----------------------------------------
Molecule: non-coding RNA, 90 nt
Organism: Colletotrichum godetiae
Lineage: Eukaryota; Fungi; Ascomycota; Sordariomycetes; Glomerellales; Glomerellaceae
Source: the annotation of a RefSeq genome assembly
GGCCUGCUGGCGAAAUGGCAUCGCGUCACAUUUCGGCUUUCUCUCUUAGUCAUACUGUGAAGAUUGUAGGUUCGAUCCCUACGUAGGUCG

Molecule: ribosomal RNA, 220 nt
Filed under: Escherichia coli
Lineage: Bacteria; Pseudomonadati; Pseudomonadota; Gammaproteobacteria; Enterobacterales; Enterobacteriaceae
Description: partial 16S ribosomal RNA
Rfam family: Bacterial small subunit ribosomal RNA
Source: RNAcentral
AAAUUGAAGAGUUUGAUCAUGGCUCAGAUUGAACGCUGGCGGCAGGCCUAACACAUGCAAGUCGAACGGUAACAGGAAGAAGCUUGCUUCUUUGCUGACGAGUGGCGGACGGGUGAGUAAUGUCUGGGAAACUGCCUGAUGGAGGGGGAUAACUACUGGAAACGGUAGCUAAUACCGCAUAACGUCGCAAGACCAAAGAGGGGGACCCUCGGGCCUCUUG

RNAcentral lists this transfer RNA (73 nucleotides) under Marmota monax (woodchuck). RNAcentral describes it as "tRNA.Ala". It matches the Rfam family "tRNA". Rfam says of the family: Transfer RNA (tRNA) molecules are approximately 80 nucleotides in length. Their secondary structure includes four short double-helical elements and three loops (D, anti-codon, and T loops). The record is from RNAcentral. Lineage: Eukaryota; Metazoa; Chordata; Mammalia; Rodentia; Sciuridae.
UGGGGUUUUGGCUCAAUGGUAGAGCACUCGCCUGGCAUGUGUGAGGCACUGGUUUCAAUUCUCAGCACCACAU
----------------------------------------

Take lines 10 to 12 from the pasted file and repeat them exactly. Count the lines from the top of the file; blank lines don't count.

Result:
Rfam family: Bacterial small subunit ribosomal RNA
Source: RNAcentral
AAAUUGAAGAGUUUGAUCAUGGCUCAGAUUGAACGCUGGCGGCAGGCCUAACACAUGCAAGUCGAACGGUAACAGGAAGAAGCUUGCUUCUUUGCUGACGAGUGGCGGACGGGUGAGUAAUGUCUGGGAAACUGCCUGAUGGAGGGGGAUAACUACUGGAAACGGUAGCUAAUACCGCAUAACGUCGCAAGACCAAAGAGGGGGACCCUCGGGCCUCUUG